Virtue unrewarded?

Author:Krishnaswamy, N.
Position:Letter to the editor

Reading the president's column in the April issue, I felt that the wheel had come round fully. In the old days, grandparents used to take children to churches, temples, sermons and lectures, answer their questions and imbue a sense of right and wrong, virtue and retribution. They also taught them to uphold their family's good name. There were scandals and unpleasant individuals, of course, but most people were orientated towards virtue by regularly studying religious books. Those scandals were examples to young people of how not to be.

The modern family has no time to train children in such values. Once, people with strict ethical conduct were respected more than the those with enormous wealth, but now the table has been turned, irrespective of how people acquire this wealth. Money can buy politicians, lawyers, judges and ministers, and it enables them to change the law. This is happening in almost all countries. Ethical values cannot be provided by legislation that allows people to commit unethical acts within the law.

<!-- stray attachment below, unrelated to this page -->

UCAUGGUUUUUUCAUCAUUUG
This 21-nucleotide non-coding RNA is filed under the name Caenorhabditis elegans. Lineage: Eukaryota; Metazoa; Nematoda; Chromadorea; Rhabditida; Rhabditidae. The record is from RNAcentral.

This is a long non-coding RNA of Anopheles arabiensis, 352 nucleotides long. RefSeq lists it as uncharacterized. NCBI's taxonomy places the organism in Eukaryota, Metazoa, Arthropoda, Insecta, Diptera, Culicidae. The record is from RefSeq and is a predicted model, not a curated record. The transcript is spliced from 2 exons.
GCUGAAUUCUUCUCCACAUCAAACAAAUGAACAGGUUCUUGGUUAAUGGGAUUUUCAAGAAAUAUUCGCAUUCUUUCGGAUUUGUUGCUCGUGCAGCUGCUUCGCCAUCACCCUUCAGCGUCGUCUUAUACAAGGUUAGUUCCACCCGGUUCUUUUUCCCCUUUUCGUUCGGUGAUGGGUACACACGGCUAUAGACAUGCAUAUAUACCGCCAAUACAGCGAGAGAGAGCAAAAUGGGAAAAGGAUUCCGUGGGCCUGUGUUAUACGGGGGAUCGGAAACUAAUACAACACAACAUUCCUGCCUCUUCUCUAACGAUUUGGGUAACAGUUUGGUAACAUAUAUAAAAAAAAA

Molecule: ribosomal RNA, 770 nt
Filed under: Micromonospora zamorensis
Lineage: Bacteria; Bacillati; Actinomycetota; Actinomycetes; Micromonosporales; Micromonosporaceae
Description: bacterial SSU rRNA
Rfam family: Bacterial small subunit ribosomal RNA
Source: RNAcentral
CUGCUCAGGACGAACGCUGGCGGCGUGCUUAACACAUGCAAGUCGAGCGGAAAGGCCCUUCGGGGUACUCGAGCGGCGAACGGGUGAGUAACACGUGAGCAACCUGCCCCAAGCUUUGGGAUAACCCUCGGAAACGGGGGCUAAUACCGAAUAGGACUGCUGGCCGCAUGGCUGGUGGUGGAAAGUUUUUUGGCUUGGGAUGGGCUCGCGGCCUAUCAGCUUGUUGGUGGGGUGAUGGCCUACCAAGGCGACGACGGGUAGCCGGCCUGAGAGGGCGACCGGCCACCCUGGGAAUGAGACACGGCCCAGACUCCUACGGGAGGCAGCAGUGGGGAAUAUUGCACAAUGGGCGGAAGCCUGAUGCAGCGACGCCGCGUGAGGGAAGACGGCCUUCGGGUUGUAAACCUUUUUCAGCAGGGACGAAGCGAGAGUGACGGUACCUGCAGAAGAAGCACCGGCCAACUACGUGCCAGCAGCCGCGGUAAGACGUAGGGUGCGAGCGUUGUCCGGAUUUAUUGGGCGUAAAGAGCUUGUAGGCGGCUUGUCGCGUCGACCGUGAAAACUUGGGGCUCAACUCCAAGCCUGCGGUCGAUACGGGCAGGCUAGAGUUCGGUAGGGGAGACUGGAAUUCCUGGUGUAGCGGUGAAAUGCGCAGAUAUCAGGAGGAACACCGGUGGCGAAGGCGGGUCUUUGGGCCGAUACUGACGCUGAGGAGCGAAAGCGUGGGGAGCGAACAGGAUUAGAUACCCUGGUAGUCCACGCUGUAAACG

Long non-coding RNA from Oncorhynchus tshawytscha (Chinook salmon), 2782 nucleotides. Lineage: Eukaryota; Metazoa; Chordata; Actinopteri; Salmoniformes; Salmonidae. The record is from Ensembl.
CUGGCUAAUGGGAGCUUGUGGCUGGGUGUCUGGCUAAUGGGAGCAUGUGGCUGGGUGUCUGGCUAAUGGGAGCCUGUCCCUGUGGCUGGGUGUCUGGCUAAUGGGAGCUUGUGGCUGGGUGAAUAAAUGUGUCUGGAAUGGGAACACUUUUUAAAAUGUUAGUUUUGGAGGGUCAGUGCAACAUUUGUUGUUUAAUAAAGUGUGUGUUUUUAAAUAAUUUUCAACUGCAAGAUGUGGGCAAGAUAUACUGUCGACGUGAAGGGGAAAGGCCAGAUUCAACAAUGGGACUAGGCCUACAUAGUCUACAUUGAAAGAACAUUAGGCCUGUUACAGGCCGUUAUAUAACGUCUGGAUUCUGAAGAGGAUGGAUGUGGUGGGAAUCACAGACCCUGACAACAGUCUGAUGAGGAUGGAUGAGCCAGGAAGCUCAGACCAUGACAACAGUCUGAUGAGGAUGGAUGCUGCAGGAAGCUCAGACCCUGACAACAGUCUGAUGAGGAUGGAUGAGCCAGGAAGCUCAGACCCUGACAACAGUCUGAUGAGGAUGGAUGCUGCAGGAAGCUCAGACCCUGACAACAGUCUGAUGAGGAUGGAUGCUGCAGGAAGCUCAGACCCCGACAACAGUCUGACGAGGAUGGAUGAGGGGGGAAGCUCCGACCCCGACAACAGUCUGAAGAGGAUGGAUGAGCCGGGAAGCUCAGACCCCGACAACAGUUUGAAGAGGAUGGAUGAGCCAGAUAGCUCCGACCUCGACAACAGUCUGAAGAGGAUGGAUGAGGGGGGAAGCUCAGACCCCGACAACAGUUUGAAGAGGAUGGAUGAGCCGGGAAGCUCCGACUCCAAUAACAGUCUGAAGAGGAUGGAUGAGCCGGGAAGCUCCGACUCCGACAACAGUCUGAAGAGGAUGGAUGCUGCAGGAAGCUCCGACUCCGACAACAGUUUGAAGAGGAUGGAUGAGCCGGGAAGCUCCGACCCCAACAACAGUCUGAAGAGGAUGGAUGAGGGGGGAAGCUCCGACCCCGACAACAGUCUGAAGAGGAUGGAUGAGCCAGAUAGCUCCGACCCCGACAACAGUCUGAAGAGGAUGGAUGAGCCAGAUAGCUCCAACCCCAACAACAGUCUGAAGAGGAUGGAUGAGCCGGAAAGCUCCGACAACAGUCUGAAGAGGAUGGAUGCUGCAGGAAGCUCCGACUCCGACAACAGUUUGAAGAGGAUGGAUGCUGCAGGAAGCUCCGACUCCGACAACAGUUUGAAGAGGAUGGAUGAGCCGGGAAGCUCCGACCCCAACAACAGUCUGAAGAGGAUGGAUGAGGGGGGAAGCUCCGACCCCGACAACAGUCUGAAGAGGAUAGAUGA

Now, when people grow old they are considered to be a burden and are consigned to rest homes, whereas once they were the source of ethical and social values. In secular states, religious...

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